Thursday, March 06, 2008

Published: Tuesday, March 04, 2008

To those who oppose the issuance of the New Jersey Cold War Certificate, a factual review of the proposal is due. The proposal started out as a medal, and then was reduced to a ribbon and now to a certificate.

The $350,000 cost is estimated at $1 per eligible New Jersey servicemember. This figure amounts to roughly one thousandth of one percent of the annual budget. Some of the veterans who would be awarded are those who stood eyeball to eyeball with the East German sentries along the Berlin Wall or manned the DMZ between North and South Korea. They also include sailors and Marines in the Caribbean during the Cuban missile crisis waiting for the Russians to blink and service personnel in Europe in 1968, when the Russians invaded Czechoslovakia.

Thirty-nine U.S. military aircraft and one civilian aircraft were either shot down by communist forces or crashed on the periphery of communist countries while flying operational missions during the Cold War. Of the 165 aircrew members involved in the incidents, 12 were returned or recovered alive, the remains of 28 were returned or recovered and 125 are listed as prisoners of war or missing in action. Three from New Jersey are included in that number.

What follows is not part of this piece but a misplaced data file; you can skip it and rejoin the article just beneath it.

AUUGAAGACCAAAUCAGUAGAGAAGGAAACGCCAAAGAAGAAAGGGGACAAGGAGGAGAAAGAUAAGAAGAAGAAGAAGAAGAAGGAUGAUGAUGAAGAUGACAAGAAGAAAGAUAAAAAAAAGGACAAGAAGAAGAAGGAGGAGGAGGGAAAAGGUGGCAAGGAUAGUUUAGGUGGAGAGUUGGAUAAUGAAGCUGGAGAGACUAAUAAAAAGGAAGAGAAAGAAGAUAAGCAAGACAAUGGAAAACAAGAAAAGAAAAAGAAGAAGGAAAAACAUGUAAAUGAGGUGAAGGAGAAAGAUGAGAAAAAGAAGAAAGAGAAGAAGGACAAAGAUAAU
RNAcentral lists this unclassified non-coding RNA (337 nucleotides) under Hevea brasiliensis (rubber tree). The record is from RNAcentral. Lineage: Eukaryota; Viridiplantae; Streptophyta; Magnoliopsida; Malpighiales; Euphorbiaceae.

What do we say to the families of these individuals? To begrudge veterans over the price of a piece of paper, even after these many years, is a signal that tends to denigrate the sacrifices of those who have served - that they are not worthy of support so that they may receive a piece of paper that recognizes their sacrifice and service on behalf of all Americans.


Egg Harbor Township

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